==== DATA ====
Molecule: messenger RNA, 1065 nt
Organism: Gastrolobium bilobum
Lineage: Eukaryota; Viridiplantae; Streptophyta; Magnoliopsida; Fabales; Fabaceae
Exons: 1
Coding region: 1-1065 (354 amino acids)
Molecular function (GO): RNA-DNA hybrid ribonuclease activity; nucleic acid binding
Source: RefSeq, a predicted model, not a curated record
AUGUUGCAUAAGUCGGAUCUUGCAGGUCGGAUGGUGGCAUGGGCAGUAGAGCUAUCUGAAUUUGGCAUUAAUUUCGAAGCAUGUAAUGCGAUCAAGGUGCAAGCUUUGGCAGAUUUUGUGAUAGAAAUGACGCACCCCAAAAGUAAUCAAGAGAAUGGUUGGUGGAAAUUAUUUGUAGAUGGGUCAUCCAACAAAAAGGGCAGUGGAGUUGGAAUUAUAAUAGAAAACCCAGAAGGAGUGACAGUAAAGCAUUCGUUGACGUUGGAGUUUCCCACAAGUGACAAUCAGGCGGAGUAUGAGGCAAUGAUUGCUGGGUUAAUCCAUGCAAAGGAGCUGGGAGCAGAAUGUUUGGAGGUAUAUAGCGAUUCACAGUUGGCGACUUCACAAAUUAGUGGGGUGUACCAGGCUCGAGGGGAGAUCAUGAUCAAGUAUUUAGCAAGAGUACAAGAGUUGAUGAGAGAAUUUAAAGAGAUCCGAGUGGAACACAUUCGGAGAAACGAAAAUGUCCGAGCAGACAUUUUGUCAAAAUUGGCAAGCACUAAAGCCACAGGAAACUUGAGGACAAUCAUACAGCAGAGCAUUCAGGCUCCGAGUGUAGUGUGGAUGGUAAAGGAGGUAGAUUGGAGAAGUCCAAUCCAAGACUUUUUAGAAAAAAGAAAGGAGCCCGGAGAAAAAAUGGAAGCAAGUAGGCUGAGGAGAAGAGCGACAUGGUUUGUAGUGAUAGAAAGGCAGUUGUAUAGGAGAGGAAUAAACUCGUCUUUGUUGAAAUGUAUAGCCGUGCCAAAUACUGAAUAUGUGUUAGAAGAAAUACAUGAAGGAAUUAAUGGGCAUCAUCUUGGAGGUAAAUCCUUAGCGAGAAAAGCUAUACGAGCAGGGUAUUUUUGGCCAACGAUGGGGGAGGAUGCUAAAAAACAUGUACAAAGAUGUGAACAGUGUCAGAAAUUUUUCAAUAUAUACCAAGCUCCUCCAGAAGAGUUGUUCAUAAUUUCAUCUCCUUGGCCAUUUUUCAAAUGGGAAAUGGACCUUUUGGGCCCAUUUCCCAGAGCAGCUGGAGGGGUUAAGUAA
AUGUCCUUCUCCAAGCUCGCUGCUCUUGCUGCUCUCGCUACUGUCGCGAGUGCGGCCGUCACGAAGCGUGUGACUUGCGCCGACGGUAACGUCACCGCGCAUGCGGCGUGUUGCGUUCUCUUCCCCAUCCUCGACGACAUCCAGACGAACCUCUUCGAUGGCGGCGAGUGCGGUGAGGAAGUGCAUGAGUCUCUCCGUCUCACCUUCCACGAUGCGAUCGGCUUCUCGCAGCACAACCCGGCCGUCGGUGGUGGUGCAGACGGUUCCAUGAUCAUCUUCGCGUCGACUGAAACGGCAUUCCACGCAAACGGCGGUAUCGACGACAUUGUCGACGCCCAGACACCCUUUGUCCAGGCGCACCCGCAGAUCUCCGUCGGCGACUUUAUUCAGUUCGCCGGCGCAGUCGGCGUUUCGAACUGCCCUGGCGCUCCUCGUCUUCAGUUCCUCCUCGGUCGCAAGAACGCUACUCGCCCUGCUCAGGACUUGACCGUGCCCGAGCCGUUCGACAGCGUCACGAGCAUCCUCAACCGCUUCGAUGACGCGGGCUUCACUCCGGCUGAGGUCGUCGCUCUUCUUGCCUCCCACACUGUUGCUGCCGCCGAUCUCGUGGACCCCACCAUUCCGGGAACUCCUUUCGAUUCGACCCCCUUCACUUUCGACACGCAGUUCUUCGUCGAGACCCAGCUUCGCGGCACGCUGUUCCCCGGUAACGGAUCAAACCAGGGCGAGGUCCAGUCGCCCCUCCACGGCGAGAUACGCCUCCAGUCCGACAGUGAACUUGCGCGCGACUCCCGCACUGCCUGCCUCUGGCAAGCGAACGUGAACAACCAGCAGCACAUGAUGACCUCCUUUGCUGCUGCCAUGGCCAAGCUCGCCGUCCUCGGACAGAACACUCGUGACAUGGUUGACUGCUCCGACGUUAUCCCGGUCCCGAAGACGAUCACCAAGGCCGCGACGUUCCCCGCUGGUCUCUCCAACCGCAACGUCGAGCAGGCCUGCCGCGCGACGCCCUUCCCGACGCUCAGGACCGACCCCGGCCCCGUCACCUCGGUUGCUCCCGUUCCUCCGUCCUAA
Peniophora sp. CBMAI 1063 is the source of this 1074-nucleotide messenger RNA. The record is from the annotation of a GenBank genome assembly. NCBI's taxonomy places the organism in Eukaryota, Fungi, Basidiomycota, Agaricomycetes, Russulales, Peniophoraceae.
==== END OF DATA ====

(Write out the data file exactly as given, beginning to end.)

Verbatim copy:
Molecule: messenger RNA, 1065 nt
Organism: Gastrolobium bilobum
Lineage: Eukaryota; Viridiplantae; Streptophyta; Magnoliopsida; Fabales; Fabaceae
Exons: 1
Coding region: 1-1065 (354 amino acids)
Molecular function (GO): RNA-DNA hybrid ribonuclease activity; nucleic acid binding
Source: RefSeq, a predicted model, not a curated record
AUGUUGCAUAAGUCGGAUCUUGCAGGUCGGAUGGUGGCAUGGGCAGUAGAGCUAUCUGAAUUUGGCAUUAAUUUCGAAGCAUGUAAUGCGAUCAAGGUGCAAGCUUUGGCAGAUUUUGUGAUAGAAAUGACGCACCCCAAAAGUAAUCAAGAGAAUGGUUGGUGGAAAUUAUUUGUAGAUGGGUCAUCCAACAAAAAGGGCAGUGGAGUUGGAAUUAUAAUAGAAAACCCAGAAGGAGUGACAGUAAAGCAUUCGUUGACGUUGGAGUUUCCCACAAGUGACAAUCAGGCGGAGUAUGAGGCAAUGAUUGCUGGGUUAAUCCAUGCAAAGGAGCUGGGAGCAGAAUGUUUGGAGGUAUAUAGCGAUUCACAGUUGGCGACUUCACAAAUUAGUGGGGUGUACCAGGCUCGAGGGGAGAUCAUGAUCAAGUAUUUAGCAAGAGUACAAGAGUUGAUGAGAGAAUUUAAAGAGAUCCGAGUGGAACACAUUCGGAGAAACGAAAAUGUCCGAGCAGACAUUUUGUCAAAAUUGGCAAGCACUAAAGCCACAGGAAACUUGAGGACAAUCAUACAGCAGAGCAUUCAGGCUCCGAGUGUAGUGUGGAUGGUAAAGGAGGUAGAUUGGAGAAGUCCAAUCCAAGACUUUUUAGAAAAAAGAAAGGAGCCCGGAGAAAAAAUGGAAGCAAGUAGGCUGAGGAGAAGAGCGACAUGGUUUGUAGUGAUAGAAAGGCAGUUGUAUAGGAGAGGAAUAAACUCGUCUUUGUUGAAAUGUAUAGCCGUGCCAAAUACUGAAUAUGUGUUAGAAGAAAUACAUGAAGGAAUUAAUGGGCAUCAUCUUGGAGGUAAAUCCUUAGCGAGAAAAGCUAUACGAGCAGGGUAUUUUUGGCCAACGAUGGGGGAGGAUGCUAAAAAACAUGUACAAAGAUGUGAACAGUGUCAGAAAUUUUUCAAUAUAUACCAAGCUCCUCCAGAAGAGUUGUUCAUAAUUUCAUCUCCUUGGCCAUUUUUCAAAUGGGAAAUGGACCUUUUGGGCCCAUUUCCCAGAGCAGCUGGAGGGGUUAAGUAA
AUGUCCUUCUCCAAGCUCGCUGCUCUUGCUGCUCUCGCUACUGUCGCGAGUGCGGCCGUCACGAAGCGUGUGACUUGCGCCGACGGUAACGUCACCGCGCAUGCGGCGUGUUGCGUUCUCUUCCCCAUCCUCGACGACAUCCAGACGAACCUCUUCGAUGGCGGCGAGUGCGGUGAGGAAGUGCAUGAGUCUCUCCGUCUCACCUUCCACGAUGCGAUCGGCUUCUCGCAGCACAACCCGGCCGUCGGUGGUGGUGCAGACGGUUCCAUGAUCAUCUUCGCGUCGACUGAAACGGCAUUCCACGCAAACGGCGGUAUCGACGACAUUGUCGACGCCCAGACACCCUUUGUCCAGGCGCACCCGCAGAUCUCCGUCGGCGACUUUAUUCAGUUCGCCGGCGCAGUCGGCGUUUCGAACUGCCCUGGCGCUCCUCGUCUUCAGUUCCUCCUCGGUCGCAAGAACGCUACUCGCCCUGCUCAGGACUUGACCGUGCCCGAGCCGUUCGACAGCGUCACGAGCAUCCUCAACCGCUUCGAUGACGCGGGCUUCACUCCGGCUGAGGUCGUCGCUCUUCUUGCCUCCCACACUGUUGCUGCCGCCGAUCUCGUGGACCCCACCAUUCCGGGAACUCCUUUCGAUUCGACCCCCUUCACUUUCGACACGCAGUUCUUCGUCGAGACCCAGCUUCGCGGCACGCUGUUCCCCGGUAACGGAUCAAACCAGGGCGAGGUCCAGUCGCCCCUCCACGGCGAGAUACGCCUCCAGUCCGACAGUGAACUUGCGCGCGACUCCCGCACUGCCUGCCUCUGGCAAGCGAACGUGAACAACCAGCAGCACAUGAUGACCUCCUUUGCUGCUGCCAUGGCCAAGCUCGCCGUCCUCGGACAGAACACUCGUGACAUGGUUGACUGCUCCGACGUUAUCCCGGUCCCGAAGACGAUCACCAAGGCCGCGACGUUCCCCGCUGGUCUCUCCAACCGCAACGUCGAGCAGGCCUGCCGCGCGACGCCCUUCCCGACGCUCAGGACCGACCCCGGCCCCGUCACCUCGGUUGCUCCCGUUCCUCCGUCCUAA
Peniophora sp. CBMAI 1063 is the source of this 1074-nucleotide messenger RNA. The record is from the annotation of a GenBank genome assembly. NCBI's taxonomy places the organism in Eukaryota, Fungi, Basidiomycota, Agaricomycetes, Russulales, Peniophoraceae.